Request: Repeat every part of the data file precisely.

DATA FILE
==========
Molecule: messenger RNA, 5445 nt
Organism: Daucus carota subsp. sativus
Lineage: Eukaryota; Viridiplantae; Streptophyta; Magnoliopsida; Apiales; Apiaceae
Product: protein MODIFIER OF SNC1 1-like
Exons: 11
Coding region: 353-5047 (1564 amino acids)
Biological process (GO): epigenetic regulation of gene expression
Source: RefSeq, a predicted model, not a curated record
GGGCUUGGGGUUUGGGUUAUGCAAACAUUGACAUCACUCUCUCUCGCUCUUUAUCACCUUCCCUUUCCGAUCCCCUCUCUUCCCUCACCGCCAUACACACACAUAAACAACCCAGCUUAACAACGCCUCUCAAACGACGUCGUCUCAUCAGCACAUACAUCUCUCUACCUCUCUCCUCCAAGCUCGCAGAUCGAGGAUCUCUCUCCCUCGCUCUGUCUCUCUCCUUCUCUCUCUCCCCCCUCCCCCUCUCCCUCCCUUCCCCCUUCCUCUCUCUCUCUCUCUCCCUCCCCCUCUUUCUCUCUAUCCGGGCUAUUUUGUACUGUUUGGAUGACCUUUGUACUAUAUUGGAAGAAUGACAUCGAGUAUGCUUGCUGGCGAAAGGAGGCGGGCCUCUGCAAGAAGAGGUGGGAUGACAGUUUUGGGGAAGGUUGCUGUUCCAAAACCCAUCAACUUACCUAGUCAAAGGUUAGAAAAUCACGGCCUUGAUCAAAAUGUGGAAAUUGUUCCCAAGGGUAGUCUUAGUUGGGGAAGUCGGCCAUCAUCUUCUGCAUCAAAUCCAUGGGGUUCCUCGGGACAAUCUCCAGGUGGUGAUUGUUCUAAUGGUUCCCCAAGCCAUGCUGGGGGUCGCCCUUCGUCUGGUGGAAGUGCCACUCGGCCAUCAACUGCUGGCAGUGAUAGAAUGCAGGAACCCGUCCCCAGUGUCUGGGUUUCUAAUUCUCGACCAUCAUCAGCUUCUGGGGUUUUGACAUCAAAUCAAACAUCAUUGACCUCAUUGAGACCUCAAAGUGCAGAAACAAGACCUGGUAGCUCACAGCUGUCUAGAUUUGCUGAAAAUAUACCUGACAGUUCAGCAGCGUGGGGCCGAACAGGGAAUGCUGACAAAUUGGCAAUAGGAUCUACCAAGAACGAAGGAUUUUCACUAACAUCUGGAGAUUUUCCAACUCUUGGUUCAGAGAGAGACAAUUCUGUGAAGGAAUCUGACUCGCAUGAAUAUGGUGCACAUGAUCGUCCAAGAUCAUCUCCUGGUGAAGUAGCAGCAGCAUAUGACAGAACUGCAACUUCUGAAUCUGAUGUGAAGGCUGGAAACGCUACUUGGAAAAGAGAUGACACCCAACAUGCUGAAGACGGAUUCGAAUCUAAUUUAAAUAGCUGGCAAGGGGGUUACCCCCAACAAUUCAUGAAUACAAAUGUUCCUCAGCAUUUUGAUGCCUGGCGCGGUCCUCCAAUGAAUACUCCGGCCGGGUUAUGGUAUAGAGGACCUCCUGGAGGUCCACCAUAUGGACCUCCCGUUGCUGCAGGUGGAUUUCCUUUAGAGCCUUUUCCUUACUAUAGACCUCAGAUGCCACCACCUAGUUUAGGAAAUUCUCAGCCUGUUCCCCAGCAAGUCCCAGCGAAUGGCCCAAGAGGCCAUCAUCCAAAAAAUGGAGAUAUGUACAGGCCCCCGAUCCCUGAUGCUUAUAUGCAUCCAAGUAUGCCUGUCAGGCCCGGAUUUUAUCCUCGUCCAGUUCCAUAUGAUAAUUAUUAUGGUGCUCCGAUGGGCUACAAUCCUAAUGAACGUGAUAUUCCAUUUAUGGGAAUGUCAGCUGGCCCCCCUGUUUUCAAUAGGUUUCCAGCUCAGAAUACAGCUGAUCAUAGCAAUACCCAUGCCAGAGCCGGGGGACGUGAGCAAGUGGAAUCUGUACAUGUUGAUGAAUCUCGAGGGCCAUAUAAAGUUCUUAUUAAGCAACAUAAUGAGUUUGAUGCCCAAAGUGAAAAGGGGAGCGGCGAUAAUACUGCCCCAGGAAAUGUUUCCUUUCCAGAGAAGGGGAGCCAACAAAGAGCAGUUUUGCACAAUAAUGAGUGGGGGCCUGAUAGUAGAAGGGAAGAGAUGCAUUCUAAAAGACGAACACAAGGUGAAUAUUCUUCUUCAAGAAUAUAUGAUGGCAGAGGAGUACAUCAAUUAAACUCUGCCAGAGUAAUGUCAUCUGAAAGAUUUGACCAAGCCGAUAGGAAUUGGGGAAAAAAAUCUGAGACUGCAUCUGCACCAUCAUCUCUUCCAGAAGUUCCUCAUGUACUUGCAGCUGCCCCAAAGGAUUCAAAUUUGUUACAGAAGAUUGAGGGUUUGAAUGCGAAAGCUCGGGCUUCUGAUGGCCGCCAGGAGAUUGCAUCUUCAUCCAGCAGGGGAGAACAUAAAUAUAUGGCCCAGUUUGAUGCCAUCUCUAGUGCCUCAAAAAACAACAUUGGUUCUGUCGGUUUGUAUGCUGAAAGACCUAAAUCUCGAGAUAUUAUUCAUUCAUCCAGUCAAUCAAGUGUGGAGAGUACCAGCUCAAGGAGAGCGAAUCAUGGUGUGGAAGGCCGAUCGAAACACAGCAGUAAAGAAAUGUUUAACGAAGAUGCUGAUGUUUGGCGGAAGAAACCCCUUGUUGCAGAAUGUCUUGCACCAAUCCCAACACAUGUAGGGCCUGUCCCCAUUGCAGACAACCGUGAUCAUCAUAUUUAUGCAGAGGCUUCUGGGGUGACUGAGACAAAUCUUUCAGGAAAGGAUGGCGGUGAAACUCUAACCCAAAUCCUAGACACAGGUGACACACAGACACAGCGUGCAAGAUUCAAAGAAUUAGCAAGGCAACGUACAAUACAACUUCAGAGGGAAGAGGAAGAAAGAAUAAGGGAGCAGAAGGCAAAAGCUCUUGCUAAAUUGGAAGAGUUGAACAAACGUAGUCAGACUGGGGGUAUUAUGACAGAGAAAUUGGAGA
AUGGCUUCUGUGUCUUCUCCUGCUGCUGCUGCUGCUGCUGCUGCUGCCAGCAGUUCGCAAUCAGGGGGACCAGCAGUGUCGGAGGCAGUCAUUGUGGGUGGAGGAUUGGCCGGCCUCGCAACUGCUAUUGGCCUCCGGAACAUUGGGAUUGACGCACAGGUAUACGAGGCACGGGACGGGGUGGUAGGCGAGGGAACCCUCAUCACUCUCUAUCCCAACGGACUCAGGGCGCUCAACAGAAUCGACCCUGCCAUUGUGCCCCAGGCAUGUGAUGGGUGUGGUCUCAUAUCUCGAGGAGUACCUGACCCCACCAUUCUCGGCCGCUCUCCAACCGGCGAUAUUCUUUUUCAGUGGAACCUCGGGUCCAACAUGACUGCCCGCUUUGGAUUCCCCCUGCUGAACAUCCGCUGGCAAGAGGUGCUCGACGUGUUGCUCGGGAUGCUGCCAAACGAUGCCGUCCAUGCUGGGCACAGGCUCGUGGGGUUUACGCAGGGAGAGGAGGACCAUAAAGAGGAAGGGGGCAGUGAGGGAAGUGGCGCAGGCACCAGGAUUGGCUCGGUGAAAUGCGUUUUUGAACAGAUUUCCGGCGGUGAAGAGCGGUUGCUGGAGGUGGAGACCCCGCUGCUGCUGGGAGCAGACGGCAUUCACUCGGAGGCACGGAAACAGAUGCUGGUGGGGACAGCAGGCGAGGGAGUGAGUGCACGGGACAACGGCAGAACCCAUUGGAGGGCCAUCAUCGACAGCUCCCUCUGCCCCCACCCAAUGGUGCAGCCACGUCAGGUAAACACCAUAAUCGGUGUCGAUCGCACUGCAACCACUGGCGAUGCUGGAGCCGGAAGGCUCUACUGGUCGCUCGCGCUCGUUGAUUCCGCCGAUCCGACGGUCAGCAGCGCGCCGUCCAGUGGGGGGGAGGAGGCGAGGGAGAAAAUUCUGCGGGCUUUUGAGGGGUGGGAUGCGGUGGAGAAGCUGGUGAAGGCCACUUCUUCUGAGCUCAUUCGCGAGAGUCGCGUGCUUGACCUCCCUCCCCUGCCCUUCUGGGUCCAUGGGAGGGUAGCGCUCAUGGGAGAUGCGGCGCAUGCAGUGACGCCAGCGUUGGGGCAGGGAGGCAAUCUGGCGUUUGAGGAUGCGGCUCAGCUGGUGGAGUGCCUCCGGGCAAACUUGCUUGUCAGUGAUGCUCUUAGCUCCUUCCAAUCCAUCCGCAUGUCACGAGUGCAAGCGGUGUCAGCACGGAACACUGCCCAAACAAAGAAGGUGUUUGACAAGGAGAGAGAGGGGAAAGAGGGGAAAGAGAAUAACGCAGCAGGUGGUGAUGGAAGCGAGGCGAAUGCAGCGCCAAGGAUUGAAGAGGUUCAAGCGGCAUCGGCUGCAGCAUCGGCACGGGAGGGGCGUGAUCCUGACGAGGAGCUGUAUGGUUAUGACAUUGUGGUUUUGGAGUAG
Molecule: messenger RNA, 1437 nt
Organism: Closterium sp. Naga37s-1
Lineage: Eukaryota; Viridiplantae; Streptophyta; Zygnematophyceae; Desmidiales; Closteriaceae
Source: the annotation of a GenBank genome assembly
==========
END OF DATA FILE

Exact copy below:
Molecule: messenger RNA, 5445 nt
Organism: Daucus carota subsp. sativus
Lineage: Eukaryota; Viridiplantae; Streptophyta; Magnoliopsida; Apiales; Apiaceae
Product: protein MODIFIER OF SNC1 1-like
Exons: 11
Coding region: 353-5047 (1564 amino acids)
Biological process (GO): epigenetic regulation of gene expression
Source: RefSeq, a predicted model, not a curated record
GGGCUUGGGGUUUGGGUUAUGCAAACAUUGACAUCACUCUCUCUCGCUCUUUAUCACCUUCCCUUUCCGAUCCCCUCUCUUCCCUCACCGCCAUACACACACAUAAACAACCCAGCUUAACAACGCCUCUCAAACGACGUCGUCUCAUCAGCACAUACAUCUCUCUACCUCUCUCCUCCAAGCUCGCAGAUCGAGGAUCUCUCUCCCUCGCUCUGUCUCUCUCCUUCUCUCUCUCCCCCCUCCCCCUCUCCCUCCCUUCCCCCUUCCUCUCUCUCUCUCUCUCCCUCCCCCUCUUUCUCUCUAUCCGGGCUAUUUUGUACUGUUUGGAUGACCUUUGUACUAUAUUGGAAGAAUGACAUCGAGUAUGCUUGCUGGCGAAAGGAGGCGGGCCUCUGCAAGAAGAGGUGGGAUGACAGUUUUGGGGAAGGUUGCUGUUCCAAAACCCAUCAACUUACCUAGUCAAAGGUUAGAAAAUCACGGCCUUGAUCAAAAUGUGGAAAUUGUUCCCAAGGGUAGUCUUAGUUGGGGAAGUCGGCCAUCAUCUUCUGCAUCAAAUCCAUGGGGUUCCUCGGGACAAUCUCCAGGUGGUGAUUGUUCUAAUGGUUCCCCAAGCCAUGCUGGGGGUCGCCCUUCGUCUGGUGGAAGUGCCACUCGGCCAUCAACUGCUGGCAGUGAUAGAAUGCAGGAACCCGUCCCCAGUGUCUGGGUUUCUAAUUCUCGACCAUCAUCAGCUUCUGGGGUUUUGACAUCAAAUCAAACAUCAUUGACCUCAUUGAGACCUCAAAGUGCAGAAACAAGACCUGGUAGCUCACAGCUGUCUAGAUUUGCUGAAAAUAUACCUGACAGUUCAGCAGCGUGGGGCCGAACAGGGAAUGCUGACAAAUUGGCAAUAGGAUCUACCAAGAACGAAGGAUUUUCACUAACAUCUGGAGAUUUUCCAACUCUUGGUUCAGAGAGAGACAAUUCUGUGAAGGAAUCUGACUCGCAUGAAUAUGGUGCACAUGAUCGUCCAAGAUCAUCUCCUGGUGAAGUAGCAGCAGCAUAUGACAGAACUGCAACUUCUGAAUCUGAUGUGAAGGCUGGAAACGCUACUUGGAAAAGAGAUGACACCCAACAUGCUGAAGACGGAUUCGAAUCUAAUUUAAAUAGCUGGCAAGGGGGUUACCCCCAACAAUUCAUGAAUACAAAUGUUCCUCAGCAUUUUGAUGCCUGGCGCGGUCCUCCAAUGAAUACUCCGGCCGGGUUAUGGUAUAGAGGACCUCCUGGAGGUCCACCAUAUGGACCUCCCGUUGCUGCAGGUGGAUUUCCUUUAGAGCCUUUUCCUUACUAUAGACCUCAGAUGCCACCACCUAGUUUAGGAAAUUCUCAGCCUGUUCCCCAGCAAGUCCCAGCGAAUGGCCCAAGAGGCCAUCAUCCAAAAAAUGGAGAUAUGUACAGGCCCCCGAUCCCUGAUGCUUAUAUGCAUCCAAGUAUGCCUGUCAGGCCCGGAUUUUAUCCUCGUCCAGUUCCAUAUGAUAAUUAUUAUGGUGCUCCGAUGGGCUACAAUCCUAAUGAACGUGAUAUUCCAUUUAUGGGAAUGUCAGCUGGCCCCCCUGUUUUCAAUAGGUUUCCAGCUCAGAAUACAGCUGAUCAUAGCAAUACCCAUGCCAGAGCCGGGGGACGUGAGCAAGUGGAAUCUGUACAUGUUGAUGAAUCUCGAGGGCCAUAUAAAGUUCUUAUUAAGCAACAUAAUGAGUUUGAUGCCCAAAGUGAAAAGGGGAGCGGCGAUAAUACUGCCCCAGGAAAUGUUUCCUUUCCAGAGAAGGGGAGCCAACAAAGAGCAGUUUUGCACAAUAAUGAGUGGGGGCCUGAUAGUAGAAGGGAAGAGAUGCAUUCUAAAAGACGAACACAAGGUGAAUAUUCUUCUUCAAGAAUAUAUGAUGGCAGAGGAGUACAUCAAUUAAACUCUGCCAGAGUAAUGUCAUCUGAAAGAUUUGACCAAGCCGAUAGGAAUUGGGGAAAAAAAUCUGAGACUGCAUCUGCACCAUCAUCUCUUCCAGAAGUUCCUCAUGUACUUGCAGCUGCCCCAAAGGAUUCAAAUUUGUUACAGAAGAUUGAGGGUUUGAAUGCGAAAGCUCGGGCUUCUGAUGGCCGCCAGGAGAUUGCAUCUUCAUCCAGCAGGGGAGAACAUAAAUAUAUGGCCCAGUUUGAUGCCAUCUCUAGUGCCUCAAAAAACAACAUUGGUUCUGUCGGUUUGUAUGCUGAAAGACCUAAAUCUCGAGAUAUUAUUCAUUCAUCCAGUCAAUCAAGUGUGGAGAGUACCAGCUCAAGGAGAGCGAAUCAUGGUGUGGAAGGCCGAUCGAAACACAGCAGUAAAGAAAUGUUUAACGAAGAUGCUGAUGUUUGGCGGAAGAAACCCCUUGUUGCAGAAUGUCUUGCACCAAUCCCAACACAUGUAGGGCCUGUCCCCAUUGCAGACAACCGUGAUCAUCAUAUUUAUGCAGAGGCUUCUGGGGUGACUGAGACAAAUCUUUCAGGAAAGGAUGGCGGUGAAACUCUAACCCAAAUCCUAGACACAGGUGACACACAGACACAGCGUGCAAGAUUCAAAGAAUUAGCAAGGCAACGUACAAUACAACUUCAGAGGGAAGAGGAAGAAAGAAUAAGGGAGCAGAAGGCAAAAGCUCUUGCUAAAUUGGAAGAGUUGAACAAACGUAGUCAGACUGGGGGUAUUAUGACAGAGAAAUUGGAGA
AUGGCUUCUGUGUCUUCUCCUGCUGCUGCUGCUGCUGCUGCUGCUGCCAGCAGUUCGCAAUCAGGGGGACCAGCAGUGUCGGAGGCAGUCAUUGUGGGUGGAGGAUUGGCCGGCCUCGCAACUGCUAUUGGCCUCCGGAACAUUGGGAUUGACGCACAGGUAUACGAGGCACGGGACGGGGUGGUAGGCGAGGGAACCCUCAUCACUCUCUAUCCCAACGGACUCAGGGCGCUCAACAGAAUCGACCCUGCCAUUGUGCCCCAGGCAUGUGAUGGGUGUGGUCUCAUAUCUCGAGGAGUACCUGACCCCACCAUUCUCGGCCGCUCUCCAACCGGCGAUAUUCUUUUUCAGUGGAACCUCGGGUCCAACAUGACUGCCCGCUUUGGAUUCCCCCUGCUGAACAUCCGCUGGCAAGAGGUGCUCGACGUGUUGCUCGGGAUGCUGCCAAACGAUGCCGUCCAUGCUGGGCACAGGCUCGUGGGGUUUACGCAGGGAGAGGAGGACCAUAAAGAGGAAGGGGGCAGUGAGGGAAGUGGCGCAGGCACCAGGAUUGGCUCGGUGAAAUGCGUUUUUGAACAGAUUUCCGGCGGUGAAGAGCGGUUGCUGGAGGUGGAGACCCCGCUGCUGCUGGGAGCAGACGGCAUUCACUCGGAGGCACGGAAACAGAUGCUGGUGGGGACAGCAGGCGAGGGAGUGAGUGCACGGGACAACGGCAGAACCCAUUGGAGGGCCAUCAUCGACAGCUCCCUCUGCCCCCACCCAAUGGUGCAGCCACGUCAGGUAAACACCAUAAUCGGUGUCGAUCGCACUGCAACCACUGGCGAUGCUGGAGCCGGAAGGCUCUACUGGUCGCUCGCGCUCGUUGAUUCCGCCGAUCCGACGGUCAGCAGCGCGCCGUCCAGUGGGGGGGAGGAGGCGAGGGAGAAAAUUCUGCGGGCUUUUGAGGGGUGGGAUGCGGUGGAGAAGCUGGUGAAGGCCACUUCUUCUGAGCUCAUUCGCGAGAGUCGCGUGCUUGACCUCCCUCCCCUGCCCUUCUGGGUCCAUGGGAGGGUAGCGCUCAUGGGAGAUGCGGCGCAUGCAGUGACGCCAGCGUUGGGGCAGGGAGGCAAUCUGGCGUUUGAGGAUGCGGCUCAGCUGGUGGAGUGCCUCCGGGCAAACUUGCUUGUCAGUGAUGCUCUUAGCUCCUUCCAAUCCAUCCGCAUGUCACGAGUGCAAGCGGUGUCAGCACGGAACACUGCCCAAACAAAGAAGGUGUUUGACAAGGAGAGAGAGGGGAAAGAGGGGAAAGAGAAUAACGCAGCAGGUGGUGAUGGAAGCGAGGCGAAUGCAGCGCCAAGGAUUGAAGAGGUUCAAGCGGCAUCGGCUGCAGCAUCGGCACGGGAGGGGCGUGAUCCUGACGAGGAGCUGUAUGGUUAUGACAUUGUGGUUUUGGAGUAG
Molecule: messenger RNA, 1437 nt
Organism: Closterium sp. Naga37s-1
Lineage: Eukaryota; Viridiplantae; Streptophyta; Zygnematophyceae; Desmidiales; Closteriaceae
Source: the annotation of a GenBank genome assembly